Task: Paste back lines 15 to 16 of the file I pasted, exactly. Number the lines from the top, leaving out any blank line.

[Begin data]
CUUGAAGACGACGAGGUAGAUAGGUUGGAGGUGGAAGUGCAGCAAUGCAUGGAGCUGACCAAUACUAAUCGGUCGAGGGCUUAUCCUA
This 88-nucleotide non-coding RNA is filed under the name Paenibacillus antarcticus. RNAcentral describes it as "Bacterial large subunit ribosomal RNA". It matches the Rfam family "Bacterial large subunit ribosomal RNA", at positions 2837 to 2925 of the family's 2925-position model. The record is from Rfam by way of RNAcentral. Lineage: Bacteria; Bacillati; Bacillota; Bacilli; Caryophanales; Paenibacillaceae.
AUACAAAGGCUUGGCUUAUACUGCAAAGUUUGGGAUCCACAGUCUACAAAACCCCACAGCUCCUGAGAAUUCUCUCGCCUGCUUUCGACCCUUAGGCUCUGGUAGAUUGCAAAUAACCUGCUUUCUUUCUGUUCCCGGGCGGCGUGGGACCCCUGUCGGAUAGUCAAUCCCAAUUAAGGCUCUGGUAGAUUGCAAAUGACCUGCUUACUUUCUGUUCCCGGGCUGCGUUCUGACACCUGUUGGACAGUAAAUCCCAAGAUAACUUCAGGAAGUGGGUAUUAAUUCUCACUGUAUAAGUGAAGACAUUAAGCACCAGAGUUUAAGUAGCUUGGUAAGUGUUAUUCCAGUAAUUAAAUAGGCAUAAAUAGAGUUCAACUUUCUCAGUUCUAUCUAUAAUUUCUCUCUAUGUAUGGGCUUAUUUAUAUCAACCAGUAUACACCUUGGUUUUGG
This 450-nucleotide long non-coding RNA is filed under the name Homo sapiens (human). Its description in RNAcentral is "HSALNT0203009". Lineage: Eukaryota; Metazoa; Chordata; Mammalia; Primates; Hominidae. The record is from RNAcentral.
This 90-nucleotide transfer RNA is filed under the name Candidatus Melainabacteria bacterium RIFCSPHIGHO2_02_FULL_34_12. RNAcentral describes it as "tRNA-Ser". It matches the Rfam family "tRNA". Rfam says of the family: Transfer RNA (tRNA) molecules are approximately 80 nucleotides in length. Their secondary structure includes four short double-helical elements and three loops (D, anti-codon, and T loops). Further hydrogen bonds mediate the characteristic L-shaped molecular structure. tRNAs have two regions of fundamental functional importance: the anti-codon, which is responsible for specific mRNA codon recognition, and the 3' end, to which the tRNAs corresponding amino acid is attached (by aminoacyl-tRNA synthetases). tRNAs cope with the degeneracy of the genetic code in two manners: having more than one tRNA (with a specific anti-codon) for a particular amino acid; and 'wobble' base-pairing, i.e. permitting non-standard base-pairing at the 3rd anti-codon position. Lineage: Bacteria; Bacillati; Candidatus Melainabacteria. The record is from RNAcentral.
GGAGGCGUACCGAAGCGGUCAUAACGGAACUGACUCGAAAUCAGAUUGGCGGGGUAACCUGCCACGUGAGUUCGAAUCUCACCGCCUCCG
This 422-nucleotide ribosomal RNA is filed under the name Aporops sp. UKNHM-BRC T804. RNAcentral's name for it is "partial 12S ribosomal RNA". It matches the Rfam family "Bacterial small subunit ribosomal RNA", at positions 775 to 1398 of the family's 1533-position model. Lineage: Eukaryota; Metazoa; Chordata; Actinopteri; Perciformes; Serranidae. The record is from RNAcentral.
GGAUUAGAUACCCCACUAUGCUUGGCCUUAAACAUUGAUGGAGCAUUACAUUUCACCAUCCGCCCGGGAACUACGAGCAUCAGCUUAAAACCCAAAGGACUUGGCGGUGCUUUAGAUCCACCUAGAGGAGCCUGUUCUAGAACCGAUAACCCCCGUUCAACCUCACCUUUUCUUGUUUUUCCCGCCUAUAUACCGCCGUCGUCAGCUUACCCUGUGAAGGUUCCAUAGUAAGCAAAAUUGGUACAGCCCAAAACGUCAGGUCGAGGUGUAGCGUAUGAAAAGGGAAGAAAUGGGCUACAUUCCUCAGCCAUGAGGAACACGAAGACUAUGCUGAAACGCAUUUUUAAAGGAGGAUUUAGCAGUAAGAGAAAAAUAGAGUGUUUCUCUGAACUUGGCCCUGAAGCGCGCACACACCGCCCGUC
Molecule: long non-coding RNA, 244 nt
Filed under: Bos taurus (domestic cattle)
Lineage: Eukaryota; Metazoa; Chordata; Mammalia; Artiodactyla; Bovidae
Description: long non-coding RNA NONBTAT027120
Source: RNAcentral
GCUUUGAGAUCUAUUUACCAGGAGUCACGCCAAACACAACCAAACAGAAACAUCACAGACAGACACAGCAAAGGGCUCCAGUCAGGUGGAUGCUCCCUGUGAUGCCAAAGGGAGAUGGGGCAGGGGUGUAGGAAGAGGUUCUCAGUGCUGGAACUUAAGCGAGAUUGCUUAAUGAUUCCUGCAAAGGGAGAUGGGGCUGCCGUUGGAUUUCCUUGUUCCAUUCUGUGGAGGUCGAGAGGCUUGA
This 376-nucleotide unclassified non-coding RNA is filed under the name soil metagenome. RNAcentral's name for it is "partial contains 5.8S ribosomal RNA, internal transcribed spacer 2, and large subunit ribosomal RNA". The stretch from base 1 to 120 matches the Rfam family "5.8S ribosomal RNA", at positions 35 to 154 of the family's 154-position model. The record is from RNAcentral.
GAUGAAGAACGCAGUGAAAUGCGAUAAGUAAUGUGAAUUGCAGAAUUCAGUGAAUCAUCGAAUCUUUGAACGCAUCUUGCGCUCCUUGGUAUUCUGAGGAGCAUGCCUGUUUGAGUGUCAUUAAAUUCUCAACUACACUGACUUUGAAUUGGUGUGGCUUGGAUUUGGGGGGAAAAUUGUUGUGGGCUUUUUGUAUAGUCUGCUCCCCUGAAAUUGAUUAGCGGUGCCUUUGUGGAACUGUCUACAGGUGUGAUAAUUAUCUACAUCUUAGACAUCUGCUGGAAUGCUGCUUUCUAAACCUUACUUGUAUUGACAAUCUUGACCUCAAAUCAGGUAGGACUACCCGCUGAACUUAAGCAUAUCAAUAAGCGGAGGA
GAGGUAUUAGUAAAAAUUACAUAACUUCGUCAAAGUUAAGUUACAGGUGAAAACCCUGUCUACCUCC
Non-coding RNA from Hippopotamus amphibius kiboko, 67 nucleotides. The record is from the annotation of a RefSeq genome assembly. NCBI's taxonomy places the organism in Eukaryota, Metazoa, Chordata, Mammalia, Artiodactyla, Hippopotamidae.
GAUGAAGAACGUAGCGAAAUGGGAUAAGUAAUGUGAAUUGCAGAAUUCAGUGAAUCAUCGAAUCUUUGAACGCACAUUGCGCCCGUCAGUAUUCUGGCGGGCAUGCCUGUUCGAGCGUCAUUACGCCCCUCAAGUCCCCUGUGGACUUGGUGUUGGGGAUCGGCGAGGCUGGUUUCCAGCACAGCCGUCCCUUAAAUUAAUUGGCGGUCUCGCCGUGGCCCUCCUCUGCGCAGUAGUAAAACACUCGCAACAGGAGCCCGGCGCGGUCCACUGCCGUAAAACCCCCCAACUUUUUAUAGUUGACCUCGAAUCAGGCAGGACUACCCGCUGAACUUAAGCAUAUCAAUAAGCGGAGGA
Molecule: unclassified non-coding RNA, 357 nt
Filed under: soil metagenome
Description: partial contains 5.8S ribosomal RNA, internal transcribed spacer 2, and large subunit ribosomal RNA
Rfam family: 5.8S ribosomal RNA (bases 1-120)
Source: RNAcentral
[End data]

This 376-nucleotide unclassified non-coding RNA is filed under the name soil metagenome. RNAcentral's name for it is "partial contains 5.8S ribosomal RNA, internal transcribed spacer 2, and large subunit ribosomal RNA". The stretch from base 1 to 120 matches the Rfam family "5.8S ribosomal RNA", at positions 35 to 154 of the family's 154-position model. The record is from RNAcentral.
GAUGAAGAACGCAGUGAAAUGCGAUAAGUAAUGUGAAUUGCAGAAUUCAGUGAAUCAUCGAAUCUUUGAACGCAUCUUGCGCUCCUUGGUAUUCUGAGGAGCAUGCCUGUUUGAGUGUCAUUAAAUUCUCAACUACACUGACUUUGAAUUGGUGUGGCUUGGAUUUGGGGGGAAAAUUGUUGUGGGCUUUUUGUAUAGUCUGCUCCCCUGAAAUUGAUUAGCGGUGCCUUUGUGGAACUGUCUACAGGUGUGAUAAUUAUCUACAUCUUAGACAUCUGCUGGAAUGCUGCUUUCUAAACCUUACUUGUAUUGACAAUCUUGACCUCAAAUCAGGUAGGACUACCCGCUGAACUUAAGCAUAUCAAUAAGCGGAGGA